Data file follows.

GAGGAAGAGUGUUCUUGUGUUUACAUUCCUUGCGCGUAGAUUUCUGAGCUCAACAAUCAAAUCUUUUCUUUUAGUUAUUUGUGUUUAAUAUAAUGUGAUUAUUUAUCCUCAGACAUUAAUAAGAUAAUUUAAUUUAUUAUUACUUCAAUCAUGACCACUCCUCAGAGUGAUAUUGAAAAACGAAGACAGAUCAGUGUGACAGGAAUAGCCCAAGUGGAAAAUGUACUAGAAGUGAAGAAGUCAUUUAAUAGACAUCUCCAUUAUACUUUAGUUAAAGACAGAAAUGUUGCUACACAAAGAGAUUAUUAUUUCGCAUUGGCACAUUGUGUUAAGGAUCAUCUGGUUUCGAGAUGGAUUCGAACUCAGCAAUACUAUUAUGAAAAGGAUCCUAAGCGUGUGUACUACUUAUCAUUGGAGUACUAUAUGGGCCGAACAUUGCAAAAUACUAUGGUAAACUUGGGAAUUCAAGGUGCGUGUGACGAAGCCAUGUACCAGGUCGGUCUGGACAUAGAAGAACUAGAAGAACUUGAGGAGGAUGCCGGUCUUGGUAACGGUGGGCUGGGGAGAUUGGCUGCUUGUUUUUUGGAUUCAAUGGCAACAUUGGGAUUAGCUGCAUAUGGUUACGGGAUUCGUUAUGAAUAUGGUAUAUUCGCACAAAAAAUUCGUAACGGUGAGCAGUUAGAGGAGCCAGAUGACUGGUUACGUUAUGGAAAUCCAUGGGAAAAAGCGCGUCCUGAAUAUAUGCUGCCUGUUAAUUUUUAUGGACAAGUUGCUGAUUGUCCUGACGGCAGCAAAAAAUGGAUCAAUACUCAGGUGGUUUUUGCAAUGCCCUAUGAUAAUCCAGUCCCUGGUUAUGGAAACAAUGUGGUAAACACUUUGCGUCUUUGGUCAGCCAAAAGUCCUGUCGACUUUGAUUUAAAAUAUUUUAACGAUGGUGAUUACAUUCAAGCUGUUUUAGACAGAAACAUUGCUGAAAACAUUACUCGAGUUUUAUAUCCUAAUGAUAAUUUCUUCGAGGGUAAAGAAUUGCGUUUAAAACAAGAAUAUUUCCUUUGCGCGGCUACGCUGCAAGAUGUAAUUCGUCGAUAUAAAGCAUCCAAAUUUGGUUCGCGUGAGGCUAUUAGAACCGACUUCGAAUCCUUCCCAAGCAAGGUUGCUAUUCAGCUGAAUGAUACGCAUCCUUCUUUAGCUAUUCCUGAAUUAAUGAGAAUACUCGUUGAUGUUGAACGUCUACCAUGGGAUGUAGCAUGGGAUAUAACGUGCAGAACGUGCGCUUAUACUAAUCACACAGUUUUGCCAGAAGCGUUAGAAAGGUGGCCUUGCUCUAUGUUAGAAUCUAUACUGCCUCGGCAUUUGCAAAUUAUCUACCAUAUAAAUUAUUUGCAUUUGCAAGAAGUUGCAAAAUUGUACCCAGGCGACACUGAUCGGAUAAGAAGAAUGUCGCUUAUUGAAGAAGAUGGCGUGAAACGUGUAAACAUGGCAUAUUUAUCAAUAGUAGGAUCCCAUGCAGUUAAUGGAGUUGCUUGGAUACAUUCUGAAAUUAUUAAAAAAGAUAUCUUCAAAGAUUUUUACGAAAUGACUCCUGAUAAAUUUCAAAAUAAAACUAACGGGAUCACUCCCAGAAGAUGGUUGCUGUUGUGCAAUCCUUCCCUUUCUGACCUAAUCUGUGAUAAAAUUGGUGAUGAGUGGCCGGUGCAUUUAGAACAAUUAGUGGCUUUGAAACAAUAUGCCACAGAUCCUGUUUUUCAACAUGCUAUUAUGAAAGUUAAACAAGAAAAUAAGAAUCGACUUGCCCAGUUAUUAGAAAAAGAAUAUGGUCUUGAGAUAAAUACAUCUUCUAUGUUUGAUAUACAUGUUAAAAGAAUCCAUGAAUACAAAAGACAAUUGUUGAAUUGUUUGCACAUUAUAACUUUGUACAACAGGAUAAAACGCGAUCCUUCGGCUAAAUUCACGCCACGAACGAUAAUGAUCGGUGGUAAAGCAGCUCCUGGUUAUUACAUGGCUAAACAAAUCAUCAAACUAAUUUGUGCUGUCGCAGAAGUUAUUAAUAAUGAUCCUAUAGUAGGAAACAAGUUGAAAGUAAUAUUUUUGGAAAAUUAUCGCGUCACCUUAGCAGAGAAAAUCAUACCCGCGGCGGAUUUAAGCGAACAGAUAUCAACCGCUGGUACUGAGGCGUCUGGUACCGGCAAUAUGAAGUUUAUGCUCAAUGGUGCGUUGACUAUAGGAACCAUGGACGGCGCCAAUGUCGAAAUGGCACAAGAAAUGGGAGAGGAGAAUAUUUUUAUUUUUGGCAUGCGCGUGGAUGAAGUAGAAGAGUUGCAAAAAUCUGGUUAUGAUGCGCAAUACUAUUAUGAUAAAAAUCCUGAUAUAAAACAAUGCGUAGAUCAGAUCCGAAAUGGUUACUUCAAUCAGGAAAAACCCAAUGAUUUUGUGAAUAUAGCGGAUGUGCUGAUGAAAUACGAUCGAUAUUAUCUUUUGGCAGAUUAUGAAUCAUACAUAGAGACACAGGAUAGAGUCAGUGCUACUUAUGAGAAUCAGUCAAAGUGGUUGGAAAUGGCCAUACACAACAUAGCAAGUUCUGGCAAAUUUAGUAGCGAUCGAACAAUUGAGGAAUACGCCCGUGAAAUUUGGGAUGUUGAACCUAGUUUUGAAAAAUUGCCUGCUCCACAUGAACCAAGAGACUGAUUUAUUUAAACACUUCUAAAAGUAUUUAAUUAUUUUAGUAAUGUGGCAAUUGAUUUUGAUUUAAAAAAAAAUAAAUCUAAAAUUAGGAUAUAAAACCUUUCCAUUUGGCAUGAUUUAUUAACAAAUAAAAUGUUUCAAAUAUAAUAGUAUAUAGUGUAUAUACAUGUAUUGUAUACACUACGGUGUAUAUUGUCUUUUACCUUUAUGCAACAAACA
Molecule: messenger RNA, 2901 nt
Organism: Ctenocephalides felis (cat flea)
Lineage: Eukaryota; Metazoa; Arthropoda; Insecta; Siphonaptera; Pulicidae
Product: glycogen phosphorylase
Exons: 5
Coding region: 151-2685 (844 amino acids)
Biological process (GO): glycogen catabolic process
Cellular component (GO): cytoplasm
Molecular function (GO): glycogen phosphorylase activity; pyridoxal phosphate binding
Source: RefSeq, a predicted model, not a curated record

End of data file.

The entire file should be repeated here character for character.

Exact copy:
GAGGAAGAGUGUUCUUGUGUUUACAUUCCUUGCGCGUAGAUUUCUGAGCUCAACAAUCAAAUCUUUUCUUUUAGUUAUUUGUGUUUAAUAUAAUGUGAUUAUUUAUCCUCAGACAUUAAUAAGAUAAUUUAAUUUAUUAUUACUUCAAUCAUGACCACUCCUCAGAGUGAUAUUGAAAAACGAAGACAGAUCAGUGUGACAGGAAUAGCCCAAGUGGAAAAUGUACUAGAAGUGAAGAAGUCAUUUAAUAGACAUCUCCAUUAUACUUUAGUUAAAGACAGAAAUGUUGCUACACAAAGAGAUUAUUAUUUCGCAUUGGCACAUUGUGUUAAGGAUCAUCUGGUUUCGAGAUGGAUUCGAACUCAGCAAUACUAUUAUGAAAAGGAUCCUAAGCGUGUGUACUACUUAUCAUUGGAGUACUAUAUGGGCCGAACAUUGCAAAAUACUAUGGUAAACUUGGGAAUUCAAGGUGCGUGUGACGAAGCCAUGUACCAGGUCGGUCUGGACAUAGAAGAACUAGAAGAACUUGAGGAGGAUGCCGGUCUUGGUAACGGUGGGCUGGGGAGAUUGGCUGCUUGUUUUUUGGAUUCAAUGGCAACAUUGGGAUUAGCUGCAUAUGGUUACGGGAUUCGUUAUGAAUAUGGUAUAUUCGCACAAAAAAUUCGUAACGGUGAGCAGUUAGAGGAGCCAGAUGACUGGUUACGUUAUGGAAAUCCAUGGGAAAAAGCGCGUCCUGAAUAUAUGCUGCCUGUUAAUUUUUAUGGACAAGUUGCUGAUUGUCCUGACGGCAGCAAAAAAUGGAUCAAUACUCAGGUGGUUUUUGCAAUGCCCUAUGAUAAUCCAGUCCCUGGUUAUGGAAACAAUGUGGUAAACACUUUGCGUCUUUGGUCAGCCAAAAGUCCUGUCGACUUUGAUUUAAAAUAUUUUAACGAUGGUGAUUACAUUCAAGCUGUUUUAGACAGAAACAUUGCUGAAAACAUUACUCGAGUUUUAUAUCCUAAUGAUAAUUUCUUCGAGGGUAAAGAAUUGCGUUUAAAACAAGAAUAUUUCCUUUGCGCGGCUACGCUGCAAGAUGUAAUUCGUCGAUAUAAAGCAUCCAAAUUUGGUUCGCGUGAGGCUAUUAGAACCGACUUCGAAUCCUUCCCAAGCAAGGUUGCUAUUCAGCUGAAUGAUACGCAUCCUUCUUUAGCUAUUCCUGAAUUAAUGAGAAUACUCGUUGAUGUUGAACGUCUACCAUGGGAUGUAGCAUGGGAUAUAACGUGCAGAACGUGCGCUUAUACUAAUCACACAGUUUUGCCAGAAGCGUUAGAAAGGUGGCCUUGCUCUAUGUUAGAAUCUAUACUGCCUCGGCAUUUGCAAAUUAUCUACCAUAUAAAUUAUUUGCAUUUGCAAGAAGUUGCAAAAUUGUACCCAGGCGACACUGAUCGGAUAAGAAGAAUGUCGCUUAUUGAAGAAGAUGGCGUGAAACGUGUAAACAUGGCAUAUUUAUCAAUAGUAGGAUCCCAUGCAGUUAAUGGAGUUGCUUGGAUACAUUCUGAAAUUAUUAAAAAAGAUAUCUUCAAAGAUUUUUACGAAAUGACUCCUGAUAAAUUUCAAAAUAAAACUAACGGGAUCACUCCCAGAAGAUGGUUGCUGUUGUGCAAUCCUUCCCUUUCUGACCUAAUCUGUGAUAAAAUUGGUGAUGAGUGGCCGGUGCAUUUAGAACAAUUAGUGGCUUUGAAACAAUAUGCCACAGAUCCUGUUUUUCAACAUGCUAUUAUGAAAGUUAAACAAGAAAAUAAGAAUCGACUUGCCCAGUUAUUAGAAAAAGAAUAUGGUCUUGAGAUAAAUACAUCUUCUAUGUUUGAUAUACAUGUUAAAAGAAUCCAUGAAUACAAAAGACAAUUGUUGAAUUGUUUGCACAUUAUAACUUUGUACAACAGGAUAAAACGCGAUCCUUCGGCUAAAUUCACGCCACGAACGAUAAUGAUCGGUGGUAAAGCAGCUCCUGGUUAUUACAUGGCUAAACAAAUCAUCAAACUAAUUUGUGCUGUCGCAGAAGUUAUUAAUAAUGAUCCUAUAGUAGGAAACAAGUUGAAAGUAAUAUUUUUGGAAAAUUAUCGCGUCACCUUAGCAGAGAAAAUCAUACCCGCGGCGGAUUUAAGCGAACAGAUAUCAACCGCUGGUACUGAGGCGUCUGGUACCGGCAAUAUGAAGUUUAUGCUCAAUGGUGCGUUGACUAUAGGAACCAUGGACGGCGCCAAUGUCGAAAUGGCACAAGAAAUGGGAGAGGAGAAUAUUUUUAUUUUUGGCAUGCGCGUGGAUGAAGUAGAAGAGUUGCAAAAAUCUGGUUAUGAUGCGCAAUACUAUUAUGAUAAAAAUCCUGAUAUAAAACAAUGCGUAGAUCAGAUCCGAAAUGGUUACUUCAAUCAGGAAAAACCCAAUGAUUUUGUGAAUAUAGCGGAUGUGCUGAUGAAAUACGAUCGAUAUUAUCUUUUGGCAGAUUAUGAAUCAUACAUAGAGACACAGGAUAGAGUCAGUGCUACUUAUGAGAAUCAGUCAAAGUGGUUGGAAAUGGCCAUACACAACAUAGCAAGUUCUGGCAAAUUUAGUAGCGAUCGAACAAUUGAGGAAUACGCCCGUGAAAUUUGGGAUGUUGAACCUAGUUUUGAAAAAUUGCCUGCUCCACAUGAACCAAGAGACUGAUUUAUUUAAACACUUCUAAAAGUAUUUAAUUAUUUUAGUAAUGUGGCAAUUGAUUUUGAUUUAAAAAAAAAUAAAUCUAAAAUUAGGAUAUAAAACCUUUCCAUUUGGCAUGAUUUAUUAACAAAUAAAAUGUUUCAAAUAUAAUAGUAUAUAGUGUAUAUACAUGUAUUGUAUACACUACGGUGUAUAUUGUCUUUUACCUUUAUGCAACAAACA
Molecule: messenger RNA, 2901 nt
Organism: Ctenocephalides felis (cat flea)
Lineage: Eukaryota; Metazoa; Arthropoda; Insecta; Siphonaptera; Pulicidae
Product: glycogen phosphorylase
Exons: 5
Coding region: 151-2685 (844 amino acids)
Biological process (GO): glycogen catabolic process
Cellular component (GO): cytoplasm
Molecular function (GO): glycogen phosphorylase activity; pyridoxal phosphate binding
Source: RefSeq, a predicted model, not a curated record